The Helmet Debate
May is Motorcycle Safety Awareness Month. Warmer weather means the snow has melted, the roadways are clear, and once again the sound of pipes can be heard as motorcyclists return to the roadways, many without wearing a helmet. New Hampshire is one of just three states that does not require motorcyclists to wear a helmet, along with Illinois and Iowa.
According to the Insurance Institute for Highway Safety, 19 states and the District of Columbia has motorcycle helmet laws that require all riders to wear a helmet. Twenty-eight states have a motorcycle helmet law that only requires some riders to wear a helmet.
In New Hampshire, opponents to any sort of motorcycle helmet law argue that motorcyclists understand the risks and Live Free or Die means they are entitled to the personal liberty and freedom to choose whether or not they want to wear a helmet.
Bills mandating helmet use have repeatedly failed to pass the Legislature. The most recent attempt (HB 1162) was proposed in 2010 but died in the House Transportation Committee. Both sides have their arguments on whether New Hampshire should once again consider a mandatory helmet law.
Opponents believe adults should have the choice to wear a helmet and those who ride without one are only endangering themselves. Some even argue that Motorcycle Week in Laconia is incredibly popular and generates so much revenue on an annual basis because the riders who flock to New Hampshire every year revel in the fact that they don’t have to wear their helmets.
Proponents of mandatory helmet laws say head injuries cost everyone through increased hospital costs, rehabilitation, and loss of employment. That argument would be supported by data from the National Highway Traffic Safety Administration, which estimates that helmets cut the risk of a motorcycle fatality by 37 percent and are about 67 percent effective in preventing brain injuries.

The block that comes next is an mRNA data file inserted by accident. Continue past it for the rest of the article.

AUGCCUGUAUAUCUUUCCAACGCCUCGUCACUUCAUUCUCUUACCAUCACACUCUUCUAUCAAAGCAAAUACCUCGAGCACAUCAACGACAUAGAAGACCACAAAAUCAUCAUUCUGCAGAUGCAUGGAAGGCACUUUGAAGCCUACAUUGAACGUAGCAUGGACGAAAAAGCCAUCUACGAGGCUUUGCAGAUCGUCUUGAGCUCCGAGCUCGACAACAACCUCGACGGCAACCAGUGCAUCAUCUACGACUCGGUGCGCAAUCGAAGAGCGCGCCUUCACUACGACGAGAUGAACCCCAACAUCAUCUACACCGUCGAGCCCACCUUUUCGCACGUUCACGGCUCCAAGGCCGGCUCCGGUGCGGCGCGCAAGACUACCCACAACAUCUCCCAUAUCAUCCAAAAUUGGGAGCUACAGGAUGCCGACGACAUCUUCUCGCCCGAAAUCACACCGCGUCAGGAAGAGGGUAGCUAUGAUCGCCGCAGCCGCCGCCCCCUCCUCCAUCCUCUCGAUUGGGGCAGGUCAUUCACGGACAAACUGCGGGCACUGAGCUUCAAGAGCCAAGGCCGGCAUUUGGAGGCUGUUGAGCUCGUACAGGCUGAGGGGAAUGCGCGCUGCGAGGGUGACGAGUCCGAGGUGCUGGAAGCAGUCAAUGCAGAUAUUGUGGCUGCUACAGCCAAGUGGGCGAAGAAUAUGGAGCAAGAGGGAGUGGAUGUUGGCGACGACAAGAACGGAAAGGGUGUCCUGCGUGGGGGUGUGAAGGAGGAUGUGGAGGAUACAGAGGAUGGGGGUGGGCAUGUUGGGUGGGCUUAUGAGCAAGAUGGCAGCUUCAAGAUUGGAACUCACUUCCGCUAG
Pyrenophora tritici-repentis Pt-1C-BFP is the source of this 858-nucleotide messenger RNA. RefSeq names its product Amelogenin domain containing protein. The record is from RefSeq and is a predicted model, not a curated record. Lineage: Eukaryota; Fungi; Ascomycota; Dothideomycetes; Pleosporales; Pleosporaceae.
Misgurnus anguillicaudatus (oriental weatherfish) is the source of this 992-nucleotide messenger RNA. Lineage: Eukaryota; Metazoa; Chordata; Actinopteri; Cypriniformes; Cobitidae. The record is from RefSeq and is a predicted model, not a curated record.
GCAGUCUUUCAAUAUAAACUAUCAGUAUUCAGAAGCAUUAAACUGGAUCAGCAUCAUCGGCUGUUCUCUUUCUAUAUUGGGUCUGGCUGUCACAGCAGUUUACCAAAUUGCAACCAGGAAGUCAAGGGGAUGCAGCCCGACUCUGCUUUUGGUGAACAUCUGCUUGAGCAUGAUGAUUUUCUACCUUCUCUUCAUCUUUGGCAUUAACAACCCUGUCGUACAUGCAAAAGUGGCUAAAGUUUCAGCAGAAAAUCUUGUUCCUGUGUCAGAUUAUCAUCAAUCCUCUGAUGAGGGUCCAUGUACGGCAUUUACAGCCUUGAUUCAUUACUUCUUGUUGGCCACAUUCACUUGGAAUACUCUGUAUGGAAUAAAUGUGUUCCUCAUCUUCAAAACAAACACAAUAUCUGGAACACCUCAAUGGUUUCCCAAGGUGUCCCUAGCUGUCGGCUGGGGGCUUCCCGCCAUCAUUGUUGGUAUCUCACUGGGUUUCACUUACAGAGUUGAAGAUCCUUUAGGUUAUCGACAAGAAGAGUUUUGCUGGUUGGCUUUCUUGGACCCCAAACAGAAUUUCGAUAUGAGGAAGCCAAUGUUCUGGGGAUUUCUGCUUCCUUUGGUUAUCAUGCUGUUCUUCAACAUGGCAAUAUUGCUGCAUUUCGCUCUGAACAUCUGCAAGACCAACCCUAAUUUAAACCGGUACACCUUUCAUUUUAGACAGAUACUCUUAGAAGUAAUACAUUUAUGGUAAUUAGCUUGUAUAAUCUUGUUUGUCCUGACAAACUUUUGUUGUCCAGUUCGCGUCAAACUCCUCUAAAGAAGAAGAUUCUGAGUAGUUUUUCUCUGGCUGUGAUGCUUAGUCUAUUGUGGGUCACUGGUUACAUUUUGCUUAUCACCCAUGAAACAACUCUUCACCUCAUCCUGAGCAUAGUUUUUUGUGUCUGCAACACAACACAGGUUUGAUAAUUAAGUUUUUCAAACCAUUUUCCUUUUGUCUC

Interestingly, Michigan, which weakened its helmet law in 2012, saw an increase in insurance payments. According to the Highway Loss Data Institute the average insurance payment for injuries to motorcyclists in crashes rose substantially after the law changed. A separate study published in The American Journal of Surgery, found that the average acute care cost of unhelmeted riders at a single Michigan trauma center was nearly $28,000, 32 percent higher than for helmeted riders.
Whatever your position, the data is clear, your chances of survival in the event of a crash on a motorcycle are much higher if you are wearing a helmet.
At the Law Office of Manning and Zimmerman, we care about your safety and encourage you to ride safely. If you or someone you know has been injured in a crash involving a motorcycle, we encourage you to speak with an experienced attorney. You could be entitled to compensation for medical bills, lost wages, and other crash-related damages. At Manning & Zimmerman we have decades of experiencing helping people who have been injured in all sorts of different types of crashes. We offer free consultations and are more than happy to speak with you about your case. Please contact us today.